Federal courts considering the Biden administration’s vaccination mandates—including the Supreme Court at Friday’s oral argument—have focused on administrative-law issues. The decrees raise constitutional issues as well. But there’s a simpler reason the justices should stay these mandates: the rise of the Omicron variant.
It would be irrational, legally indefensible and contrary to the public interest for government to mandate vaccines absent any evidence that the vaccines are effective in stopping the spread of the pathogen they target. Yet that’s exactly what’s happening here.
Both mandates—from the Health and Human Services Department for healthcare workers and the Occupational Safety and Health Administration for large employers in many other industries—were issued Nov. 5. At that time, the Delta variant represented almost all U.S. Covid-19 cases, and both agencies appropriately considered Delta at length and in detail, finding that the vaccines remained effective against it.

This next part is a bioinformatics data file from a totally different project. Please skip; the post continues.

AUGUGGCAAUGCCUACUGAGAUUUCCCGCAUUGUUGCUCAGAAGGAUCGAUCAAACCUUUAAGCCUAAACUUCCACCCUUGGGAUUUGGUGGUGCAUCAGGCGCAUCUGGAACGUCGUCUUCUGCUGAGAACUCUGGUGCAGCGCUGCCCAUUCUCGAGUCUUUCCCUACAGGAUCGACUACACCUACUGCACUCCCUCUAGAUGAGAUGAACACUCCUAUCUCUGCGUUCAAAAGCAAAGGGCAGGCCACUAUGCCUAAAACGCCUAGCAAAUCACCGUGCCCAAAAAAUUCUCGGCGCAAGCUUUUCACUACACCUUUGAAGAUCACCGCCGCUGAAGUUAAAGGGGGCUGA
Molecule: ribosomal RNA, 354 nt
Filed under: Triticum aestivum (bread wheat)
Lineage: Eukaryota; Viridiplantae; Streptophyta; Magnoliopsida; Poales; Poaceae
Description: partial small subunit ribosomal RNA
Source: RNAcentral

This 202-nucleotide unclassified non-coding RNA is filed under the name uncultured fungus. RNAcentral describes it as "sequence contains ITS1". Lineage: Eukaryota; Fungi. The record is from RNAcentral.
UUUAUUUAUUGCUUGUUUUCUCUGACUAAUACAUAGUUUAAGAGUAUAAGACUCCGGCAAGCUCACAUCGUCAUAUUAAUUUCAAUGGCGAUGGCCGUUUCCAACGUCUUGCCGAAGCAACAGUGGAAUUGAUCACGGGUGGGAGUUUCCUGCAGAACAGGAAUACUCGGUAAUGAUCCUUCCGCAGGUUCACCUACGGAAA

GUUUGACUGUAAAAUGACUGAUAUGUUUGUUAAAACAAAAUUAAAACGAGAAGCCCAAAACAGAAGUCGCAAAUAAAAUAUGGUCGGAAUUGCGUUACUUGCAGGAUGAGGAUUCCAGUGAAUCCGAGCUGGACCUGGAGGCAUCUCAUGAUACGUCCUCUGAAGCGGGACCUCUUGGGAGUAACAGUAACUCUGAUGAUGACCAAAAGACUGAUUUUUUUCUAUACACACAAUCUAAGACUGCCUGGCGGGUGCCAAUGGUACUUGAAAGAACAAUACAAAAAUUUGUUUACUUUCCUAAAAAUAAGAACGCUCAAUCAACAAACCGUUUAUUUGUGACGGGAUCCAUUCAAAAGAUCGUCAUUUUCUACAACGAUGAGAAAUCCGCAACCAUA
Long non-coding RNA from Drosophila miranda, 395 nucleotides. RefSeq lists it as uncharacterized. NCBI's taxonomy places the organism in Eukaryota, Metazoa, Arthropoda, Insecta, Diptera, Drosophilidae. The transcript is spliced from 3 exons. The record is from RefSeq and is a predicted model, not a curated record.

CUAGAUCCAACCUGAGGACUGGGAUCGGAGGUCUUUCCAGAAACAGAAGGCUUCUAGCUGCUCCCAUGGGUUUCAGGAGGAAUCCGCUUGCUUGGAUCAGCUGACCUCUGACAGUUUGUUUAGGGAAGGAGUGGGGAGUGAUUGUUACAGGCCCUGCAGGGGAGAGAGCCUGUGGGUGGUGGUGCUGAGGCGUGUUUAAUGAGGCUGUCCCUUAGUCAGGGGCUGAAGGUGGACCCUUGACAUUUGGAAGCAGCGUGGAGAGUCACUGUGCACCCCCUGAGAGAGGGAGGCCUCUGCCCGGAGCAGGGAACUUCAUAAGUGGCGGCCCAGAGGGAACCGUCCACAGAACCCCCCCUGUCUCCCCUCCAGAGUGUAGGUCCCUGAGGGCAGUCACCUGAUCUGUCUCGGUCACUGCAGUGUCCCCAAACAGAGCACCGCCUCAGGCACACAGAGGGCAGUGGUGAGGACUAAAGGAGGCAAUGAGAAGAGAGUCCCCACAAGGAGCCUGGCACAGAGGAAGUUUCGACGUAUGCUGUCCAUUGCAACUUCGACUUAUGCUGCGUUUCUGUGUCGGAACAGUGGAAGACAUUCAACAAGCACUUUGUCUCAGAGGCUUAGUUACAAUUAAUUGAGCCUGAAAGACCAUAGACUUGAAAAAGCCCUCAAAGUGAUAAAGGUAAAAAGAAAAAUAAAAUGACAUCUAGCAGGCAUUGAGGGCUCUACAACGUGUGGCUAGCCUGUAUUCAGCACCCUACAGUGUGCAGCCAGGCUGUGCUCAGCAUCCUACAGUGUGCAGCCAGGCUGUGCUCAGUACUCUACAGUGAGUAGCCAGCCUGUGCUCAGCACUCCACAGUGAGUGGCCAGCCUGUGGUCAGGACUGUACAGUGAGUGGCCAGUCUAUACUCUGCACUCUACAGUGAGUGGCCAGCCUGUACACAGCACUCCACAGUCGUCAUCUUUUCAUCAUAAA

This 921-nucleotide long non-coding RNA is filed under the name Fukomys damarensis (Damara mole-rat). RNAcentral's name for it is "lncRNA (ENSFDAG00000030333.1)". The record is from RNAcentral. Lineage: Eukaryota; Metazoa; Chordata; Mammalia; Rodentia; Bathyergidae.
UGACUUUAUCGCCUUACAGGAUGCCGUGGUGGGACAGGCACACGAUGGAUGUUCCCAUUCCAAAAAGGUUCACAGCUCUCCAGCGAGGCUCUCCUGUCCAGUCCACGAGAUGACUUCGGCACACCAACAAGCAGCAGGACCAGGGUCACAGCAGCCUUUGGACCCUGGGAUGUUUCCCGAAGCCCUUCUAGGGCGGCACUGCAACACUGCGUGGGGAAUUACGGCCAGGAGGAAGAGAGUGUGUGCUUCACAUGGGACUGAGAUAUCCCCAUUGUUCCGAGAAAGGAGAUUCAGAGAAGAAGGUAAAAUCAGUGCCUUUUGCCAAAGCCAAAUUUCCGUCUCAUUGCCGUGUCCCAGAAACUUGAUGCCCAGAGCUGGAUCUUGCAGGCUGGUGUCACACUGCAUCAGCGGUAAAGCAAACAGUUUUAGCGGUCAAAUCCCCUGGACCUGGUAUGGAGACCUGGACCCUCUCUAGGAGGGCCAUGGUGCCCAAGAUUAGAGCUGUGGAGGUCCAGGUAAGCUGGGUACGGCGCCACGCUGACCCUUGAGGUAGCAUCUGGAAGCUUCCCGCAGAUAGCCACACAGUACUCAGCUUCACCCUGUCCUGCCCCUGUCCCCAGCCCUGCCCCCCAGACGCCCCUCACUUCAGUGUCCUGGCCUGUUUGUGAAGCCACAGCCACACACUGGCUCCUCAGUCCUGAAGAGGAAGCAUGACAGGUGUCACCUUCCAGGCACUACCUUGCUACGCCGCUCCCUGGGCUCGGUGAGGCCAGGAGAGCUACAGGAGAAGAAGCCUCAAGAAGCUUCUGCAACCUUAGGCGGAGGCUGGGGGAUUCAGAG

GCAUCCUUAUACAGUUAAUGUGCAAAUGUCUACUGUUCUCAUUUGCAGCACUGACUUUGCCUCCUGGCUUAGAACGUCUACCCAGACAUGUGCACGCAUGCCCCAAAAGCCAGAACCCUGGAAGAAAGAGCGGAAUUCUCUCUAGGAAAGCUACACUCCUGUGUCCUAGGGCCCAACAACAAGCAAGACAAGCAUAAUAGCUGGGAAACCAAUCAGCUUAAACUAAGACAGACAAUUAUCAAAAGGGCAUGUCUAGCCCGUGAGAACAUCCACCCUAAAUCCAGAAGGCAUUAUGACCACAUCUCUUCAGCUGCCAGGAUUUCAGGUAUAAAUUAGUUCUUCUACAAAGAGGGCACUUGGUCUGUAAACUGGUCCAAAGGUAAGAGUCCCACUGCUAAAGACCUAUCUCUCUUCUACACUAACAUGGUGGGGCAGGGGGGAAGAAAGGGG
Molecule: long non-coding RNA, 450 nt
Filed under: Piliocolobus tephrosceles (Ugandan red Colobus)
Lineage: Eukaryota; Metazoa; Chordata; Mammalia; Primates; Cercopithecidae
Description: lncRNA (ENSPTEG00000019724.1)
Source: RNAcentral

Those findings are now obsolete. As of Jan. 1, Omicron represented more than 95% of U.S. Covid cases, according to estimates from the Centers for Disease Control and Prevention. Because some of Omicron’s 50 mutations are known to evade antibody protection, because more than 30 of those mutations are to the spike protein used as an immunogen by the existing vaccines, and because there have been mass Omicron outbreaks in heavily vaccinated populations, scientists are highly uncertain the existing vaccines can stop it from spreading. As the CDC put it on Dec. 20, “we don’t yet know . . . how well available vaccines and medications work against it.”